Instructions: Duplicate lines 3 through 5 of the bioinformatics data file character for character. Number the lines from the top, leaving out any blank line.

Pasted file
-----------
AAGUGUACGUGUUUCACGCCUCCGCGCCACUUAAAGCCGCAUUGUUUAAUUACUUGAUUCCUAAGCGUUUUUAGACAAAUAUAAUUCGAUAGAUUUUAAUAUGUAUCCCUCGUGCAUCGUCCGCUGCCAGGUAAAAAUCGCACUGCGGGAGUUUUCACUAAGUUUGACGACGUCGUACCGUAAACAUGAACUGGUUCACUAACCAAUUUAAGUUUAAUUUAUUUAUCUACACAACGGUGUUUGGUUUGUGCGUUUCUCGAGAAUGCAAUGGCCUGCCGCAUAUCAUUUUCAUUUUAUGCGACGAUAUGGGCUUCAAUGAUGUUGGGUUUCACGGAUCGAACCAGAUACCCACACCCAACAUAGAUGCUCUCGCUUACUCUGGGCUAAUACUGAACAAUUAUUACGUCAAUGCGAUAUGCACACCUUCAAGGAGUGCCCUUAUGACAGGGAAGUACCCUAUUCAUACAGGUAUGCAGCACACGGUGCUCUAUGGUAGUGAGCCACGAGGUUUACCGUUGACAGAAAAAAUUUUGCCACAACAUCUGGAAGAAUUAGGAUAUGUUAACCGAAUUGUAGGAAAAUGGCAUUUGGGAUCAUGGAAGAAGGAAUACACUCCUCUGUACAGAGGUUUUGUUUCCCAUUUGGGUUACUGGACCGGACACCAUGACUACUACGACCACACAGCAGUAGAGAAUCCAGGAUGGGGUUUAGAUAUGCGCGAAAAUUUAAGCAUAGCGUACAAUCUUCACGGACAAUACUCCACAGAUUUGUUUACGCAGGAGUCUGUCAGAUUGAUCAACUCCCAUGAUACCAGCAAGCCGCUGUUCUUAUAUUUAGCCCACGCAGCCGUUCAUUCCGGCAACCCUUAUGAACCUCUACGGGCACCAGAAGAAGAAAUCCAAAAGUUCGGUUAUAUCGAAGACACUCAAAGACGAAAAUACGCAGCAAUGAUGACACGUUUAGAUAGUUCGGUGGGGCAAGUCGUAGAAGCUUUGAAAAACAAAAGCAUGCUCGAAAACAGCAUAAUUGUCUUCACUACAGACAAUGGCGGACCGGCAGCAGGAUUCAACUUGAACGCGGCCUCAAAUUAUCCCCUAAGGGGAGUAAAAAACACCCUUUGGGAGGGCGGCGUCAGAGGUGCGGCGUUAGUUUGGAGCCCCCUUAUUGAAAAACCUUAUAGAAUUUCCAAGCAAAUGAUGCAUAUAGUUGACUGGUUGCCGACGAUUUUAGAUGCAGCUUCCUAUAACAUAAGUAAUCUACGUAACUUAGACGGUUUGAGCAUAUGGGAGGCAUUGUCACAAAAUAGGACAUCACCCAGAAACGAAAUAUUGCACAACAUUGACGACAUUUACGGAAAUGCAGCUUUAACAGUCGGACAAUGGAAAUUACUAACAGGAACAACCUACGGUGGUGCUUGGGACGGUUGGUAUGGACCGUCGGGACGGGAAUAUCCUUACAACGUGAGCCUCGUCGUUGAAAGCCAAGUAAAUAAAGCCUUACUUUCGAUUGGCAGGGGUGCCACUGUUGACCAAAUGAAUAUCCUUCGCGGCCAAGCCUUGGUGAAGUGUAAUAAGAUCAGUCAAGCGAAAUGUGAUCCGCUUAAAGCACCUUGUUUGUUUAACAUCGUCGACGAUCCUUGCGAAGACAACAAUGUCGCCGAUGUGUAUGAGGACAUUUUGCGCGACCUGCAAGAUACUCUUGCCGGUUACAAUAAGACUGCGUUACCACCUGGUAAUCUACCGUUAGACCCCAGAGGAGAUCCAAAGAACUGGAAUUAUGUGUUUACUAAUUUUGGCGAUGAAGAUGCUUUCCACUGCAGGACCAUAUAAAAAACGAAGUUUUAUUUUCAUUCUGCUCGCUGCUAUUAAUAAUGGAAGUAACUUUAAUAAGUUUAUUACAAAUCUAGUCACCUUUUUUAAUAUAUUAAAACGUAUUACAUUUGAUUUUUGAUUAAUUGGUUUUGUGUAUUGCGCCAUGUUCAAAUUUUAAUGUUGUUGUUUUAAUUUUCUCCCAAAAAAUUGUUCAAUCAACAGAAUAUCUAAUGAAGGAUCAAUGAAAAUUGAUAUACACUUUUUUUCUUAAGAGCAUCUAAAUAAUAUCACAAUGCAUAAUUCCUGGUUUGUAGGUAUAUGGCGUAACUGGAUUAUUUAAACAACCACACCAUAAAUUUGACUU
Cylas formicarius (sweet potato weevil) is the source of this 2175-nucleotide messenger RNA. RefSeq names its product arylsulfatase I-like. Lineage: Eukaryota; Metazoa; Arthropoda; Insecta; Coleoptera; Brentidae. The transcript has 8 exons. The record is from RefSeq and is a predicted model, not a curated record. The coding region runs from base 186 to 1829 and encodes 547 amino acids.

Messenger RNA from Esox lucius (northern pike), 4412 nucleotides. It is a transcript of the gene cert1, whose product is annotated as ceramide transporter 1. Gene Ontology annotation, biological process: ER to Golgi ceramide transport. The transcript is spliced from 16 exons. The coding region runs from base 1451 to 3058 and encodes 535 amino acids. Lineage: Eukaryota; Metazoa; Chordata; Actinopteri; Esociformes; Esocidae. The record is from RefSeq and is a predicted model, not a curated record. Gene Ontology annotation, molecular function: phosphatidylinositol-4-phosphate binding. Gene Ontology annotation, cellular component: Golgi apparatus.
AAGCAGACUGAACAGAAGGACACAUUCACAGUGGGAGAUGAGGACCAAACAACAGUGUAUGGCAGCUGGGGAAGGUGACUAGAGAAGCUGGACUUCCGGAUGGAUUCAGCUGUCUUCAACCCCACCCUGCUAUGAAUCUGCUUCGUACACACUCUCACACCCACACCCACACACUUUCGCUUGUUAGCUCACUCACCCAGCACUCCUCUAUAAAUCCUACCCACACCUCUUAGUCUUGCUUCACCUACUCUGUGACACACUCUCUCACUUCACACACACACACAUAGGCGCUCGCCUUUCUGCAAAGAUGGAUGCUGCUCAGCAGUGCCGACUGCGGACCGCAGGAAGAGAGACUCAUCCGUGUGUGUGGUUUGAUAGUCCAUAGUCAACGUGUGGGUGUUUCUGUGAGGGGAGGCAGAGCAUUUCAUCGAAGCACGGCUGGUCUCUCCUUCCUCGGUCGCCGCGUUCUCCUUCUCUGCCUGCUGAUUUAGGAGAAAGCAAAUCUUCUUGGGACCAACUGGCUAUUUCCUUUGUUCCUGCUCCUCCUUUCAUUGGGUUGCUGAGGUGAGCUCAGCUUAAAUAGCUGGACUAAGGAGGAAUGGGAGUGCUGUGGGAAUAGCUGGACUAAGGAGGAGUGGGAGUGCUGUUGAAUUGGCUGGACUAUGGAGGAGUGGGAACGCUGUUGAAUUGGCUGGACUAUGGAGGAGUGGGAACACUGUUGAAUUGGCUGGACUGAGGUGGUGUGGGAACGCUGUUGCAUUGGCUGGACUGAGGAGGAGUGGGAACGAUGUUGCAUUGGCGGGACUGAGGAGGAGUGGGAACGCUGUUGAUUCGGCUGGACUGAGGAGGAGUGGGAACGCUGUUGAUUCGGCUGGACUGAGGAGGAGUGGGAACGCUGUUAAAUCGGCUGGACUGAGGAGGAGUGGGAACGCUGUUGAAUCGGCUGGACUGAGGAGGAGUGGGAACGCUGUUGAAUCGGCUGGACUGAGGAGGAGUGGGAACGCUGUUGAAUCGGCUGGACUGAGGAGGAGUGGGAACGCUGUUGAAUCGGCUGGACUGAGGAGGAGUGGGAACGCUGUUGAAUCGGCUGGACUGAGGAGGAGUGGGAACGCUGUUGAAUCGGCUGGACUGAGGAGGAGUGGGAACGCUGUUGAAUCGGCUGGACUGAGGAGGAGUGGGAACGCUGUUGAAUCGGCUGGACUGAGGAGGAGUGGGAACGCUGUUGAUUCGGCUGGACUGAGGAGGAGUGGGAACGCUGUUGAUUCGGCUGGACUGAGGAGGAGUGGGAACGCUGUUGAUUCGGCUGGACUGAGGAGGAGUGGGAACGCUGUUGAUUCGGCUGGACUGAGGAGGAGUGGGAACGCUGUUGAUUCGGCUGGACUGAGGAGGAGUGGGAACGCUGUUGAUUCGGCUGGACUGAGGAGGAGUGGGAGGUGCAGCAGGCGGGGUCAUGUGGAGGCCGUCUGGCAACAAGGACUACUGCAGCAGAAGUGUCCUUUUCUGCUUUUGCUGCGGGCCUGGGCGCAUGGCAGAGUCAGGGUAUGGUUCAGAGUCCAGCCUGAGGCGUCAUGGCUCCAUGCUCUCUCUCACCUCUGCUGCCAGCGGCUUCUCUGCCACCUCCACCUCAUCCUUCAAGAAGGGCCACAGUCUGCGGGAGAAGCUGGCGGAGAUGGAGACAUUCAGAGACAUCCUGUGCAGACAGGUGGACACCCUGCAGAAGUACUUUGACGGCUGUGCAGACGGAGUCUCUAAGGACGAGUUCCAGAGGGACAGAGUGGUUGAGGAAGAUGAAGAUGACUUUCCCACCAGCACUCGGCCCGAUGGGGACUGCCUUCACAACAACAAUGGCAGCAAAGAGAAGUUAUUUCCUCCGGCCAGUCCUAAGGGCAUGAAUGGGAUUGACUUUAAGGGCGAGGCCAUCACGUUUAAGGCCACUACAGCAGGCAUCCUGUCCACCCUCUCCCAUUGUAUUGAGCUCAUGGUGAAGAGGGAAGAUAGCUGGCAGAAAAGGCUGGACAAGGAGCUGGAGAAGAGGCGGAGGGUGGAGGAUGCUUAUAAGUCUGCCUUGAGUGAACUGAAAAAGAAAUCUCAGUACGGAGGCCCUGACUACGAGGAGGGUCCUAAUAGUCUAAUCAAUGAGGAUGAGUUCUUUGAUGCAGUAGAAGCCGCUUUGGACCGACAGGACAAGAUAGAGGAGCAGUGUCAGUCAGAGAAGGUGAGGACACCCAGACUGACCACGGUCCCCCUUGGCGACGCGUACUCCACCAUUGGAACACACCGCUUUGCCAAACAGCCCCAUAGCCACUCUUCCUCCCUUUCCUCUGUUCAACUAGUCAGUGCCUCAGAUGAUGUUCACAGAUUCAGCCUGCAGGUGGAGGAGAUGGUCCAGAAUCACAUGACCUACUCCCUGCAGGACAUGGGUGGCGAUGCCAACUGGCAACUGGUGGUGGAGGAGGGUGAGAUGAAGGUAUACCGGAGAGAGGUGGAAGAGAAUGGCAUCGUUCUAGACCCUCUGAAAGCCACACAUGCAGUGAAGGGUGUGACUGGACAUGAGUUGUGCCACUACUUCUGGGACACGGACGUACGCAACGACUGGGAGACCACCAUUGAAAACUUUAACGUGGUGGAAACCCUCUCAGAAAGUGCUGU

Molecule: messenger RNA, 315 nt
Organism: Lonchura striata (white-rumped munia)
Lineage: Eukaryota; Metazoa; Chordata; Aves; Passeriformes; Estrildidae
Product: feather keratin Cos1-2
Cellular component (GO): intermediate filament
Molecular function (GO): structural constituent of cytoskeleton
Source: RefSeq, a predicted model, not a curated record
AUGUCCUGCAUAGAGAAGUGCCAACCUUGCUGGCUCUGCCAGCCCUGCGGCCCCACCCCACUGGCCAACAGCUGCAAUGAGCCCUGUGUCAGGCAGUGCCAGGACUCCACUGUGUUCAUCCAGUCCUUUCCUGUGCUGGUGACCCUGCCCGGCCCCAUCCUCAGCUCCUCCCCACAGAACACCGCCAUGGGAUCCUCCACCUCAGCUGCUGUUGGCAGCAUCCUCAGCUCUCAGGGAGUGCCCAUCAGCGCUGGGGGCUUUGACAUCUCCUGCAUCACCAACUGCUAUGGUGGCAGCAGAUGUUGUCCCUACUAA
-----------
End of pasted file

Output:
Messenger RNA from Esox lucius (northern pike), 4412 nucleotides. It is a transcript of the gene cert1, whose product is annotated as ceramide transporter 1. Gene Ontology annotation, biological process: ER to Golgi ceramide transport. The transcript is spliced from 16 exons. The coding region runs from base 1451 to 3058 and encodes 535 amino acids. Lineage: Eukaryota; Metazoa; Chordata; Actinopteri; Esociformes; Esocidae. The record is from RefSeq and is a predicted model, not a curated record. Gene Ontology annotation, molecular function: phosphatidylinositol-4-phosphate binding. Gene Ontology annotation, cellular component: Golgi apparatus.
AAGCAGACUGAACAGAAGGACACAUUCACAGUGGGAGAUGAGGACCAAACAACAGUGUAUGGCAGCUGGGGAAGGUGACUAGAGAAGCUGGACUUCCGGAUGGAUUCAGCUGUCUUCAACCCCACCCUGCUAUGAAUCUGCUUCGUACACACUCUCACACCCACACCCACACACUUUCGCUUGUUAGCUCACUCACCCAGCACUCCUCUAUAAAUCCUACCCACACCUCUUAGUCUUGCUUCACCUACUCUGUGACACACUCUCUCACUUCACACACACACACAUAGGCGCUCGCCUUUCUGCAAAGAUGGAUGCUGCUCAGCAGUGCCGACUGCGGACCGCAGGAAGAGAGACUCAUCCGUGUGUGUGGUUUGAUAGUCCAUAGUCAACGUGUGGGUGUUUCUGUGAGGGGAGGCAGAGCAUUUCAUCGAAGCACGGCUGGUCUCUCCUUCCUCGGUCGCCGCGUUCUCCUUCUCUGCCUGCUGAUUUAGGAGAAAGCAAAUCUUCUUGGGACCAACUGGCUAUUUCCUUUGUUCCUGCUCCUCCUUUCAUUGGGUUGCUGAGGUGAGCUCAGCUUAAAUAGCUGGACUAAGGAGGAAUGGGAGUGCUGUGGGAAUAGCUGGACUAAGGAGGAGUGGGAGUGCUGUUGAAUUGGCUGGACUAUGGAGGAGUGGGAACGCUGUUGAAUUGGCUGGACUAUGGAGGAGUGGGAACACUGUUGAAUUGGCUGGACUGAGGUGGUGUGGGAACGCUGUUGCAUUGGCUGGACUGAGGAGGAGUGGGAACGAUGUUGCAUUGGCGGGACUGAGGAGGAGUGGGAACGCUGUUGAUUCGGCUGGACUGAGGAGGAGUGGGAACGCUGUUGAUUCGGCUGGACUGAGGAGGAGUGGGAACGCUGUUAAAUCGGCUGGACUGAGGAGGAGUGGGAACGCUGUUGAAUCGGCUGGACUGAGGAGGAGUGGGAACGCUGUUGAAUCGGCUGGACUGAGGAGGAGUGGGAACGCUGUUGAAUCGGCUGGACUGAGGAGGAGUGGGAACGCUGUUGAAUCGGCUGGACUGAGGAGGAGUGGGAACGCUGUUGAAUCGGCUGGACUGAGGAGGAGUGGGAACGCUGUUGAAUCGGCUGGACUGAGGAGGAGUGGGAACGCUGUUGAAUCGGCUGGACUGAGGAGGAGUGGGAACGCUGUUGAAUCGGCUGGACUGAGGAGGAGUGGGAACGCUGUUGAUUCGGCUGGACUGAGGAGGAGUGGGAACGCUGUUGAUUCGGCUGGACUGAGGAGGAGUGGGAACGCUGUUGAUUCGGCUGGACUGAGGAGGAGUGGGAACGCUGUUGAUUCGGCUGGACUGAGGAGGAGUGGGAACGCUGUUGAUUCGGCUGGACUGAGGAGGAGUGGGAACGCUGUUGAUUCGGCUGGACUGAGGAGGAGUGGGAGGUGCAGCAGGCGGGGUCAUGUGGAGGCCGUCUGGCAACAAGGACUACUGCAGCAGAAGUGUCCUUUUCUGCUUUUGCUGCGGGCCUGGGCGCAUGGCAGAGUCAGGGUAUGGUUCAGAGUCCAGCCUGAGGCGUCAUGGCUCCAUGCUCUCUCUCACCUCUGCUGCCAGCGGCUUCUCUGCCACCUCCACCUCAUCCUUCAAGAAGGGCCACAGUCUGCGGGAGAAGCUGGCGGAGAUGGAGACAUUCAGAGACAUCCUGUGCAGACAGGUGGACACCCUGCAGAAGUACUUUGACGGCUGUGCAGACGGAGUCUCUAAGGACGAGUUCCAGAGGGACAGAGUGGUUGAGGAAGAUGAAGAUGACUUUCCCACCAGCACUCGGCCCGAUGGGGACUGCCUUCACAACAACAAUGGCAGCAAAGAGAAGUUAUUUCCUCCGGCCAGUCCUAAGGGCAUGAAUGGGAUUGACUUUAAGGGCGAGGCCAUCACGUUUAAGGCCACUACAGCAGGCAUCCUGUCCACCCUCUCCCAUUGUAUUGAGCUCAUGGUGAAGAGGGAAGAUAGCUGGCAGAAAAGGCUGGACAAGGAGCUGGAGAAGAGGCGGAGGGUGGAGGAUGCUUAUAAGUCUGCCUUGAGUGAACUGAAAAAGAAAUCUCAGUACGGAGGCCCUGACUACGAGGAGGGUCCUAAUAGUCUAAUCAAUGAGGAUGAGUUCUUUGAUGCAGUAGAAGCCGCUUUGGACCGACAGGACAAGAUAGAGGAGCAGUGUCAGUCAGAGAAGGUGAGGACACCCAGACUGACCACGGUCCCCCUUGGCGACGCGUACUCCACCAUUGGAACACACCGCUUUGCCAAACAGCCCCAUAGCCACUCUUCCUCCCUUUCCUCUGUUCAACUAGUCAGUGCCUCAGAUGAUGUUCACAGAUUCAGCCUGCAGGUGGAGGAGAUGGUCCAGAAUCACAUGACCUACUCCCUGCAGGACAUGGGUGGCGAUGCCAACUGGCAACUGGUGGUGGAGGAGGGUGAGAUGAAGGUAUACCGGAGAGAGGUGGAAGAGAAUGGCAUCGUUCUAGACCCUCUGAAAGCCACACAUGCAGUGAAGGGUGUGACUGGACAUGAGUUGUGCCACUACUUCUGGGACACGGACGUACGCAACGACUGGGAGACCACCAUUGAAAACUUUAACGUGGUGGAAACCCUCUCAGAAAGUGCUGU

Molecule: messenger RNA, 315 nt